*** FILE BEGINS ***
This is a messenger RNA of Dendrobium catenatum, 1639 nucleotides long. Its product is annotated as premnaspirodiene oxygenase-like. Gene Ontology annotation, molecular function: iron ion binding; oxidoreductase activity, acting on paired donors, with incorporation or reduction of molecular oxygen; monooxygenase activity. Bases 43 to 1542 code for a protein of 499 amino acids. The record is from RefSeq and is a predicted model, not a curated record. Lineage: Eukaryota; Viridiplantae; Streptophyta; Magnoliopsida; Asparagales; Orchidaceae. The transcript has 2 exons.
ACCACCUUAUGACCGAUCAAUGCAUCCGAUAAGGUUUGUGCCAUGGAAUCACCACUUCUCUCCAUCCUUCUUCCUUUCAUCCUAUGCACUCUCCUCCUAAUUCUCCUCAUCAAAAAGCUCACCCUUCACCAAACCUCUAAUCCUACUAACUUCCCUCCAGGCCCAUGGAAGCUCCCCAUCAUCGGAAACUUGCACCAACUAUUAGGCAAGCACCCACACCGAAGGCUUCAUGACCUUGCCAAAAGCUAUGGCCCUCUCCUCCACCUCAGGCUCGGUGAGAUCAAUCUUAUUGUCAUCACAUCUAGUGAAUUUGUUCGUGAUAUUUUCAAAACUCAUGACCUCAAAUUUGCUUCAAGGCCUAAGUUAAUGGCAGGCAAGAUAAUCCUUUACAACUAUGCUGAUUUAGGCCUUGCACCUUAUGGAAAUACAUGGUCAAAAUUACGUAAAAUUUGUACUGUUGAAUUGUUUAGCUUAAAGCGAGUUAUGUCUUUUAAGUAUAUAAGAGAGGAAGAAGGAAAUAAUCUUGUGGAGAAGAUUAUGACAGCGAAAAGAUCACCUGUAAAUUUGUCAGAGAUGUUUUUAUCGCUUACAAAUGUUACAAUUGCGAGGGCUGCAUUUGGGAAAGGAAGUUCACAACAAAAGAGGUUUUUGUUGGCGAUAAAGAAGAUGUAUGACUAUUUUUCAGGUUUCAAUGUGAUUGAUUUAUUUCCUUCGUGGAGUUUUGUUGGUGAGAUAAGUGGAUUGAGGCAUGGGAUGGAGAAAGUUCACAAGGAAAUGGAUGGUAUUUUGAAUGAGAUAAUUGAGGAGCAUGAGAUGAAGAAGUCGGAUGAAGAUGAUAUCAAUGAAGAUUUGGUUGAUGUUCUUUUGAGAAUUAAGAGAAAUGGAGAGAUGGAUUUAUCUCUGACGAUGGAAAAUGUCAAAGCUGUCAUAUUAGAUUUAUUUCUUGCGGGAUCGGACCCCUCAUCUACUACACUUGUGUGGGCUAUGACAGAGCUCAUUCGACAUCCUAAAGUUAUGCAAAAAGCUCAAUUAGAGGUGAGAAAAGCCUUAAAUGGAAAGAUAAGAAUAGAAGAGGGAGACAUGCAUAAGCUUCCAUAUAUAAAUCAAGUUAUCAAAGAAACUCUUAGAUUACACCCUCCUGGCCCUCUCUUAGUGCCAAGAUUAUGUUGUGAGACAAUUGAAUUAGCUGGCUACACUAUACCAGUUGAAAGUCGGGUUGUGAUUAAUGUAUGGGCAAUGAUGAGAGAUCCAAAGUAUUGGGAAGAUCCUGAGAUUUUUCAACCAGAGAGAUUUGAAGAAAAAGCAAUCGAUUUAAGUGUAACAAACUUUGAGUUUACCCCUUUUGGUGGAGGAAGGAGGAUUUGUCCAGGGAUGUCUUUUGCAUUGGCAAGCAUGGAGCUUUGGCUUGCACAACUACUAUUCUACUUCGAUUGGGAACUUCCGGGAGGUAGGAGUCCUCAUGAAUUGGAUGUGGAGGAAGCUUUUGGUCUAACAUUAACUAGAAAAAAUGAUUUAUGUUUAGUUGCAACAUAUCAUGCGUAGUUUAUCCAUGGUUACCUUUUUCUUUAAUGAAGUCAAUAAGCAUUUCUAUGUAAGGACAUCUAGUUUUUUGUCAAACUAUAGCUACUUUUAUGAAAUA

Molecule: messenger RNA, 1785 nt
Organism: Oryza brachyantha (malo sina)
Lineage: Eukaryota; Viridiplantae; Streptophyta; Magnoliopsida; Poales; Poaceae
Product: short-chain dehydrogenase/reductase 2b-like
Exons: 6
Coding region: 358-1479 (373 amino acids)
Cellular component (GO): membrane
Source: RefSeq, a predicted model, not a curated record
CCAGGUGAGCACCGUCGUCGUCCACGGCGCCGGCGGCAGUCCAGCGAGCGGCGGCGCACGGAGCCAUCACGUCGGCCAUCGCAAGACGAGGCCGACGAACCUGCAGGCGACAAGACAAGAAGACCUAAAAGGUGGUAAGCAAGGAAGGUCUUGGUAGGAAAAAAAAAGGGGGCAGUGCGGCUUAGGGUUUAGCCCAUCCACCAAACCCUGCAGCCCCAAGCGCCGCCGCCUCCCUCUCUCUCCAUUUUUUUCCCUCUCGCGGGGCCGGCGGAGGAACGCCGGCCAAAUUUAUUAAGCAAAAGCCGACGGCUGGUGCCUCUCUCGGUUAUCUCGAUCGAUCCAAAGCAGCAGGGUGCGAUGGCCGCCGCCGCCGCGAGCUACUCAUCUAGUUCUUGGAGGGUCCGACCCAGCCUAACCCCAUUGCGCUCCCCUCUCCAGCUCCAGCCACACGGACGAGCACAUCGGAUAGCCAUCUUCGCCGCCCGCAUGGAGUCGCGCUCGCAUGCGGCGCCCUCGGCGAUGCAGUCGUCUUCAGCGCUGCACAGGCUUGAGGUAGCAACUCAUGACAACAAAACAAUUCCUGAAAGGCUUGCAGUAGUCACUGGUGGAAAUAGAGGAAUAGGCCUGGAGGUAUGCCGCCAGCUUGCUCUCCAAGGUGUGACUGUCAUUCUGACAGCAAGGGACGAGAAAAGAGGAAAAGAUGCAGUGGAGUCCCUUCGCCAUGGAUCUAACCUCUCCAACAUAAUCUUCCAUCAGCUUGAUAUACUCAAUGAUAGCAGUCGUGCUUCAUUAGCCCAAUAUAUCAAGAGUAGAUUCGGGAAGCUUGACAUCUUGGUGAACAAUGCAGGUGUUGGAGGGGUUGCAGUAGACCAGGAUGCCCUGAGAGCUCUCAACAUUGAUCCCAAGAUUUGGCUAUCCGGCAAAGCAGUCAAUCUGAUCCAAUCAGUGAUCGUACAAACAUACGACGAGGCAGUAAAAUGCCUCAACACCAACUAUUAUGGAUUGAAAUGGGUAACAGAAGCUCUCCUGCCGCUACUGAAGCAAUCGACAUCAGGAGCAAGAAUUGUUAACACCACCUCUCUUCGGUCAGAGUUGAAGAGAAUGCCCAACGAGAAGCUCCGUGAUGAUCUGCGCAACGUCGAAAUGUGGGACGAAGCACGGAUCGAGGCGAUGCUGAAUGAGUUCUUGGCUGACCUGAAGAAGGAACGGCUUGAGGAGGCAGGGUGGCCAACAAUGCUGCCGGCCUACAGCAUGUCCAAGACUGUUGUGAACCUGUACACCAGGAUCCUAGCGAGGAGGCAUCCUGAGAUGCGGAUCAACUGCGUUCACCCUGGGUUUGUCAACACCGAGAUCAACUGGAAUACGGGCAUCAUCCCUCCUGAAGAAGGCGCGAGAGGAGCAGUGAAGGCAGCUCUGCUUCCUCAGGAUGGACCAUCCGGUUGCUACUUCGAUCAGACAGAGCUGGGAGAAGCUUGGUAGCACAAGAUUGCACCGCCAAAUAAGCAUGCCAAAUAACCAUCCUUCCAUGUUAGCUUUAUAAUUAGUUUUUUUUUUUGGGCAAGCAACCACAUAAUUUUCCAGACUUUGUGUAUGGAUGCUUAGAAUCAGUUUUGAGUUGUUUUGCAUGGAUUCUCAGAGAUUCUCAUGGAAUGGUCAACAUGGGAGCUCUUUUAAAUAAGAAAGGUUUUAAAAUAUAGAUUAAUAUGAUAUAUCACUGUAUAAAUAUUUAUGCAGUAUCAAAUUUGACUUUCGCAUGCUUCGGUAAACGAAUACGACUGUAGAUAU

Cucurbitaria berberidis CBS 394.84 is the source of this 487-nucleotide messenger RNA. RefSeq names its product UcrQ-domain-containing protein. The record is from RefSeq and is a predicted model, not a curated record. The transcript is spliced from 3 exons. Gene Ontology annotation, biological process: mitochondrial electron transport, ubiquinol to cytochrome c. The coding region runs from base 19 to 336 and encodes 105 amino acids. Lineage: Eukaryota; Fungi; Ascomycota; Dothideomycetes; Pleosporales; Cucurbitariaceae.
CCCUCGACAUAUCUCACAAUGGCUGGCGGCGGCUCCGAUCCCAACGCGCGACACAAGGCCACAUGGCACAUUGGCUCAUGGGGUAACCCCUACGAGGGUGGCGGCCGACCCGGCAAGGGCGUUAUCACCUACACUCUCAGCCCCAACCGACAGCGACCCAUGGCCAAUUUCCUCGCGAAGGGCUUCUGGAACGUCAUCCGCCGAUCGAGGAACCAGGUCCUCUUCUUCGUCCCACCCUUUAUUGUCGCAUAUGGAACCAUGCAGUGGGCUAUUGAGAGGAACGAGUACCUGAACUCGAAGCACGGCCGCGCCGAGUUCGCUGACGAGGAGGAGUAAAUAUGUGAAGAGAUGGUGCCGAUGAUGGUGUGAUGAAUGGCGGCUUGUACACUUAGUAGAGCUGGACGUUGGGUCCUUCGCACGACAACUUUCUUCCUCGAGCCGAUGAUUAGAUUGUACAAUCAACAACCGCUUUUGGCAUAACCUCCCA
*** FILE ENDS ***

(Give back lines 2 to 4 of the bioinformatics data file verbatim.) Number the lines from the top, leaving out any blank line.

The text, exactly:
ACCACCUUAUGACCGAUCAAUGCAUCCGAUAAGGUUUGUGCCAUGGAAUCACCACUUCUCUCCAUCCUUCUUCCUUUCAUCCUAUGCACUCUCCUCCUAAUUCUCCUCAUCAAAAAGCUCACCCUUCACCAAACCUCUAAUCCUACUAACUUCCCUCCAGGCCCAUGGAAGCUCCCCAUCAUCGGAAACUUGCACCAACUAUUAGGCAAGCACCCACACCGAAGGCUUCAUGACCUUGCCAAAAGCUAUGGCCCUCUCCUCCACCUCAGGCUCGGUGAGAUCAAUCUUAUUGUCAUCACAUCUAGUGAAUUUGUUCGUGAUAUUUUCAAAACUCAUGACCUCAAAUUUGCUUCAAGGCCUAAGUUAAUGGCAGGCAAGAUAAUCCUUUACAACUAUGCUGAUUUAGGCCUUGCACCUUAUGGAAAUACAUGGUCAAAAUUACGUAAAAUUUGUACUGUUGAAUUGUUUAGCUUAAAGCGAGUUAUGUCUUUUAAGUAUAUAAGAGAGGAAGAAGGAAAUAAUCUUGUGGAGAAGAUUAUGACAGCGAAAAGAUCACCUGUAAAUUUGUCAGAGAUGUUUUUAUCGCUUACAAAUGUUACAAUUGCGAGGGCUGCAUUUGGGAAAGGAAGUUCACAACAAAAGAGGUUUUUGUUGGCGAUAAAGAAGAUGUAUGACUAUUUUUCAGGUUUCAAUGUGAUUGAUUUAUUUCCUUCGUGGAGUUUUGUUGGUGAGAUAAGUGGAUUGAGGCAUGGGAUGGAGAAAGUUCACAAGGAAAUGGAUGGUAUUUUGAAUGAGAUAAUUGAGGAGCAUGAGAUGAAGAAGUCGGAUGAAGAUGAUAUCAAUGAAGAUUUGGUUGAUGUUCUUUUGAGAAUUAAGAGAAAUGGAGAGAUGGAUUUAUCUCUGACGAUGGAAAAUGUCAAAGCUGUCAUAUUAGAUUUAUUUCUUGCGGGAUCGGACCCCUCAUCUACUACACUUGUGUGGGCUAUGACAGAGCUCAUUCGACAUCCUAAAGUUAUGCAAAAAGCUCAAUUAGAGGUGAGAAAAGCCUUAAAUGGAAAGAUAAGAAUAGAAGAGGGAGACAUGCAUAAGCUUCCAUAUAUAAAUCAAGUUAUCAAAGAAACUCUUAGAUUACACCCUCCUGGCCCUCUCUUAGUGCCAAGAUUAUGUUGUGAGACAAUUGAAUUAGCUGGCUACACUAUACCAGUUGAAAGUCGGGUUGUGAUUAAUGUAUGGGCAAUGAUGAGAGAUCCAAAGUAUUGGGAAGAUCCUGAGAUUUUUCAACCAGAGAGAUUUGAAGAAAAAGCAAUCGAUUUAAGUGUAACAAACUUUGAGUUUACCCCUUUUGGUGGAGGAAGGAGGAUUUGUCCAGGGAUGUCUUUUGCAUUGGCAAGCAUGGAGCUUUGGCUUGCACAACUACUAUUCUACUUCGAUUGGGAACUUCCGGGAGGUAGGAGUCCUCAUGAAUUGGAUGUGGAGGAAGCUUUUGGUCUAACAUUAACUAGAAAAAAUGAUUUAUGUUUAGUUGCAACAUAUCAUGCGUAGUUUAUCCAUGGUUACCUUUUUCUUUAAUGAAGUCAAUAAGCAUUUCUAUGUAAGGACAUCUAGUUUUUUGUCAAACUAUAGCUACUUUUAUGAAAUA

Molecule: messenger RNA, 1785 nt
Organism: Oryza brachyantha (malo sina)